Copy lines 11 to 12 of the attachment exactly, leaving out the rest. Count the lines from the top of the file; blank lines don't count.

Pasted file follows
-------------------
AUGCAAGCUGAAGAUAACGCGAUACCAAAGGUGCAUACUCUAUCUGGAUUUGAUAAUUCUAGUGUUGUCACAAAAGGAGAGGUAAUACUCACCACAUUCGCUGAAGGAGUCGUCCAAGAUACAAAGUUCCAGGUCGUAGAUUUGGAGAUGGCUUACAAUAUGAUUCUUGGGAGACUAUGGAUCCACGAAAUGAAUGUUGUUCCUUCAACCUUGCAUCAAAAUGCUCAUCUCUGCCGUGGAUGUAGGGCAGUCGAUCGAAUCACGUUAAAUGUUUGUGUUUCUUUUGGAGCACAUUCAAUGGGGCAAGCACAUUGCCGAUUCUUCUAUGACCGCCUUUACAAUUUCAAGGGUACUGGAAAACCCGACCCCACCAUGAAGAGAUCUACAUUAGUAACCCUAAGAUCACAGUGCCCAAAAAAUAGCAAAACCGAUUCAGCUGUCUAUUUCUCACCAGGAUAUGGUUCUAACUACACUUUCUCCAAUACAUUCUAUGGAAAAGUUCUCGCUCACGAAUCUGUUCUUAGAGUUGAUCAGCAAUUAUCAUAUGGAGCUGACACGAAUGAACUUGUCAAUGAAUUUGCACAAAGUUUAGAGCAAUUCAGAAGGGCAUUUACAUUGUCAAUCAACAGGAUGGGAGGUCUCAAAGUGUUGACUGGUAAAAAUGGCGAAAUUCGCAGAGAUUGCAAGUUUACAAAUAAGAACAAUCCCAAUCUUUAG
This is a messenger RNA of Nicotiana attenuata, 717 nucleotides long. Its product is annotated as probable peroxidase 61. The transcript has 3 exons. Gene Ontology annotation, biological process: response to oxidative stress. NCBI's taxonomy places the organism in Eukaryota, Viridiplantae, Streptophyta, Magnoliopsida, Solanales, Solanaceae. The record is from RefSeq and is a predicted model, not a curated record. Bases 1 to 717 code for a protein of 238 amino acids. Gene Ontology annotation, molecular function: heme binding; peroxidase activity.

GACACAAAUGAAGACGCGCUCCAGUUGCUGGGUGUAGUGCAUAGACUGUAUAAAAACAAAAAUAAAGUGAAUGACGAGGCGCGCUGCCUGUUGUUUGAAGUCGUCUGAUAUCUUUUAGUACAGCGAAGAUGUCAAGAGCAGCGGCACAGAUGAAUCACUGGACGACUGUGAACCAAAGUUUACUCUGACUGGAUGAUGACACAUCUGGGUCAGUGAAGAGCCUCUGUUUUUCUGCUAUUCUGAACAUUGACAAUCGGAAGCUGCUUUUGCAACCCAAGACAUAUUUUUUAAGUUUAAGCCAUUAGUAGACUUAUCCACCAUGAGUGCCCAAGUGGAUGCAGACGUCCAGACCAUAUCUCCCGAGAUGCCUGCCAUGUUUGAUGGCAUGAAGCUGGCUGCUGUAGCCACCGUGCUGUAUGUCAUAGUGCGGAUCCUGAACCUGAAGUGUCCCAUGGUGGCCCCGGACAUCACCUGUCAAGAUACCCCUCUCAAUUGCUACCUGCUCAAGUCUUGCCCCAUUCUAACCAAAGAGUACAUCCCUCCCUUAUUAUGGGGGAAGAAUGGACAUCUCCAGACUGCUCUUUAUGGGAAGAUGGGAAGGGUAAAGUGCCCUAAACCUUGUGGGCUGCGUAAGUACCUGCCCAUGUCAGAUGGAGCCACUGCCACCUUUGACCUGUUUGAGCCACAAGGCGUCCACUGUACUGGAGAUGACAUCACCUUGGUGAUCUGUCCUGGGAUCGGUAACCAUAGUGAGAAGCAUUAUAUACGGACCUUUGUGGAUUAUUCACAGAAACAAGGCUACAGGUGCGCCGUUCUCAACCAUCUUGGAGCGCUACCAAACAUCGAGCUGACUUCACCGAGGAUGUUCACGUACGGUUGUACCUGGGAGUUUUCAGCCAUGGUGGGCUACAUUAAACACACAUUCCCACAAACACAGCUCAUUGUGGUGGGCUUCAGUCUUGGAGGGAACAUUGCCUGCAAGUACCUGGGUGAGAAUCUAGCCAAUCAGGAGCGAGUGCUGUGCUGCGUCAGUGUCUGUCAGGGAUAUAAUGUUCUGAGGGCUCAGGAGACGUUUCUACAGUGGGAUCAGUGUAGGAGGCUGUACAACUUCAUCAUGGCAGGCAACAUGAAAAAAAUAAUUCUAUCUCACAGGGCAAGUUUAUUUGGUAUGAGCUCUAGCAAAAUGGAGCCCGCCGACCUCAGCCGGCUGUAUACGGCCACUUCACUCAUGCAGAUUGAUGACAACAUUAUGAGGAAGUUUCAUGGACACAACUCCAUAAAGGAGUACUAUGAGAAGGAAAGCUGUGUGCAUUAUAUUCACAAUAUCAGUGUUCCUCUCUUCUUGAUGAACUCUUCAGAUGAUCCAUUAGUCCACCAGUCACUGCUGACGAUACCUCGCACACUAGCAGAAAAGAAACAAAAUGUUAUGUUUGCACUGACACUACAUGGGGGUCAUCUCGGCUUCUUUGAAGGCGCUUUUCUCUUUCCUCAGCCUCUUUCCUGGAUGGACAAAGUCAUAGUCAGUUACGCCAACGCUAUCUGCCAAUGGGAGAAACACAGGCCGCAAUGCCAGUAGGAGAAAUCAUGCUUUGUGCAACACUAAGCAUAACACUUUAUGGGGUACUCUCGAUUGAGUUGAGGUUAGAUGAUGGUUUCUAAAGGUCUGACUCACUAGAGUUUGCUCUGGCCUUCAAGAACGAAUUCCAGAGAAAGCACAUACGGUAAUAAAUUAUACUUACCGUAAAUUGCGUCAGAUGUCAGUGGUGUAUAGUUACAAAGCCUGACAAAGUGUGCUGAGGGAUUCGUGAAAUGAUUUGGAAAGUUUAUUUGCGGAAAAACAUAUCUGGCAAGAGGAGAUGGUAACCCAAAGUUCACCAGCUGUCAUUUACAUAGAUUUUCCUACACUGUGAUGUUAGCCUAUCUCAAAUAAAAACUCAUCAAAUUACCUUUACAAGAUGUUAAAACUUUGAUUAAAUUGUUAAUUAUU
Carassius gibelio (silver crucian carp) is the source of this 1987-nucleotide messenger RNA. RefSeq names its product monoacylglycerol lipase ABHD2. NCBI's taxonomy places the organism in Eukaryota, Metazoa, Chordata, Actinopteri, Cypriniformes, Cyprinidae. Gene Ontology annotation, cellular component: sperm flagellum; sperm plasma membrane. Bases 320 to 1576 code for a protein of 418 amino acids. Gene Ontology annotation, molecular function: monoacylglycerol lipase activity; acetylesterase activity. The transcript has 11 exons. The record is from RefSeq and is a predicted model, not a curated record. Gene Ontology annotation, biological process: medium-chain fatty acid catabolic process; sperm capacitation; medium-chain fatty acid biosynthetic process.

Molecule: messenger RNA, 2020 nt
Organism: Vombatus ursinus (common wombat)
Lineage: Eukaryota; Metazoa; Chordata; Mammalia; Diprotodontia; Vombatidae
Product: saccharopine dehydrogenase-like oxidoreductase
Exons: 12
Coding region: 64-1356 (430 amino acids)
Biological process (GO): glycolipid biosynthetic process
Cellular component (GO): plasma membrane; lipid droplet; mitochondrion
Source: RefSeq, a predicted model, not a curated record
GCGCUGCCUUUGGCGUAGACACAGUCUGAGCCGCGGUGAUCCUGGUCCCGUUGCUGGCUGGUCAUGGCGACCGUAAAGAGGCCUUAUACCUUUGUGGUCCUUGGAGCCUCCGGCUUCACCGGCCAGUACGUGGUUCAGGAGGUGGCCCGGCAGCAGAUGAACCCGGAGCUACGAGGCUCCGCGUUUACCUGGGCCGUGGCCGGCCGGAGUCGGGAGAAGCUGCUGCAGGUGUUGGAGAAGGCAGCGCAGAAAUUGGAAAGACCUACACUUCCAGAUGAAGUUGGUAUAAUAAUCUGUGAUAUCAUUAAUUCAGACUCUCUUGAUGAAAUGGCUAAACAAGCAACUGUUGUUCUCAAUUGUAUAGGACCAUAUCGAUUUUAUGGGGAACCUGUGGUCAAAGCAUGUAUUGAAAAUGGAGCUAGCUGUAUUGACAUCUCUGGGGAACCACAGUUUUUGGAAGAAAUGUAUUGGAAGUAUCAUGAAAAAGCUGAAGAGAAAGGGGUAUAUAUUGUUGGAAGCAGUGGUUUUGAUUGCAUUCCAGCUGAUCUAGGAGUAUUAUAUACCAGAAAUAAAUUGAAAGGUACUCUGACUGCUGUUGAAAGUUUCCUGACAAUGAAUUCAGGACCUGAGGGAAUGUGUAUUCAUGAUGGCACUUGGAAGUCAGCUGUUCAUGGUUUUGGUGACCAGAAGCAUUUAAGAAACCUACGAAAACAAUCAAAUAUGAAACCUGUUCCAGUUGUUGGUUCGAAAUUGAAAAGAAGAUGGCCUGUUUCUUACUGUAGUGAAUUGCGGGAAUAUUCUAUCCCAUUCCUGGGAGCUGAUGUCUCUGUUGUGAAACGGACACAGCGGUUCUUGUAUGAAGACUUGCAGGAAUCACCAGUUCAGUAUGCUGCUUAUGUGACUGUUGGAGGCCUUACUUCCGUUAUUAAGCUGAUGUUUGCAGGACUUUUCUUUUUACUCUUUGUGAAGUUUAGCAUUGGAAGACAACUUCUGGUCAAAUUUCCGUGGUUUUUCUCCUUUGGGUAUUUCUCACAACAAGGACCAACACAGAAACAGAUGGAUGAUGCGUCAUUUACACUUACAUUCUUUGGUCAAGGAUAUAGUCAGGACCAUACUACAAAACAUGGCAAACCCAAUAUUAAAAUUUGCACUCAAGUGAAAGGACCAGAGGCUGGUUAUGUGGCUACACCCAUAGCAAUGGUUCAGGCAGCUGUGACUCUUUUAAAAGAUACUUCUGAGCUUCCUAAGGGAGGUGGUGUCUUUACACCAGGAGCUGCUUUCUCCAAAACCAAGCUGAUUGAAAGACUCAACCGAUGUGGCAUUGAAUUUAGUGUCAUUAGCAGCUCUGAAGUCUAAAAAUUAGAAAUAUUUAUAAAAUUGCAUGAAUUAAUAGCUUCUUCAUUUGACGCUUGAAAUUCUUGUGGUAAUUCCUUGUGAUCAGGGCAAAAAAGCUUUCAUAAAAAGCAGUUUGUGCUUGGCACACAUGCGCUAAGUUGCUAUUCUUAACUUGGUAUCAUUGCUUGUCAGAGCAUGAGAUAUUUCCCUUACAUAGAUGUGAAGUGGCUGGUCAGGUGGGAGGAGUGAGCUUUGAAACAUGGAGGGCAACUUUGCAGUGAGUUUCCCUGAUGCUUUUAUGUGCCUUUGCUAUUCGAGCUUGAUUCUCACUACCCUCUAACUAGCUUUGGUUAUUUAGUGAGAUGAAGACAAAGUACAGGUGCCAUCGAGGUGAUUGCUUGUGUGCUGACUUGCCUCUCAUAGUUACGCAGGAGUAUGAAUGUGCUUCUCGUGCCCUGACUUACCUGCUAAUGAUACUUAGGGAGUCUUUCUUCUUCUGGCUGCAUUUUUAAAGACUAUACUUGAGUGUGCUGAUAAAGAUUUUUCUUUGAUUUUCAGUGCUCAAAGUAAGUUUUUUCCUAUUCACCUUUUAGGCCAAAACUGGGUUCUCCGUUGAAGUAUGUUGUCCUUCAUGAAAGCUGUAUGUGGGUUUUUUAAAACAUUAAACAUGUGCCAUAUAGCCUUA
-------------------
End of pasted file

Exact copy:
Biological process (GO): glycolipid biosynthetic process
Cellular component (GO): plasma membrane; lipid droplet; mitochondrion